A long time ago, Pug, all these lands, from the Endless Sea across the Grey Tower Mountains to the Bitter Sea, were part of the Empire of Great Kesh. Far to the east existed a small kingdom, on one small island called Rillanon. It grew to engulf it's neighboring island kingdoms, and it became the Kingdom of the Isles. Later it expanded again to the mainland, and while it is still the Kingdom of the Isles, most of us simply call it 'the Kingdom'. We, who live in Crydee, are part of the Kingdom, though we live as far from the capital city of Rillanon as one can and still be within it's boundaries.
Once, many long years ago, the Empire of Great Kesh abandoned these lands, for it was engaged in a long and bloody conflict with it's neighbors to the south, the Keshian Confederacy.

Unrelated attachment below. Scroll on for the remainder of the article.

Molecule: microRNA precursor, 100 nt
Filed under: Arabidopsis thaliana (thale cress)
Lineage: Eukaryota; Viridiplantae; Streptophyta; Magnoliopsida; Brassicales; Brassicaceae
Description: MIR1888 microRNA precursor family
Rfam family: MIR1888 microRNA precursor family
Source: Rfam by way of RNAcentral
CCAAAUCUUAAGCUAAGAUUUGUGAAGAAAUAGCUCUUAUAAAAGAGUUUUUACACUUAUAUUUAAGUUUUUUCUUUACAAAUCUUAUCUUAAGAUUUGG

Damn those pesky neighbors! Kulgan goes on to tell us about the Confederacy, and wraps by tieing in the Duke's grandfather who brought the army westward, and winded up forming the Duchy of Crydee, that they now live within.
Kulgan enquiries into the boy's plans once he reaches manhood. Pug tells both Kulgan and Meecham that he hopes to take service with the Swordmaster Fannon, on this Midsummer's Day. They react with varying degrees of surprise, bringing into account his small frame, to which the boy let's them know that he's an orphan (reader: not another one!), so no one knows where he comes from, or to what they should expect body-wise. He was left by the Priests of Dala, by a woman who found him on the road, and the Priests bring him to the keep.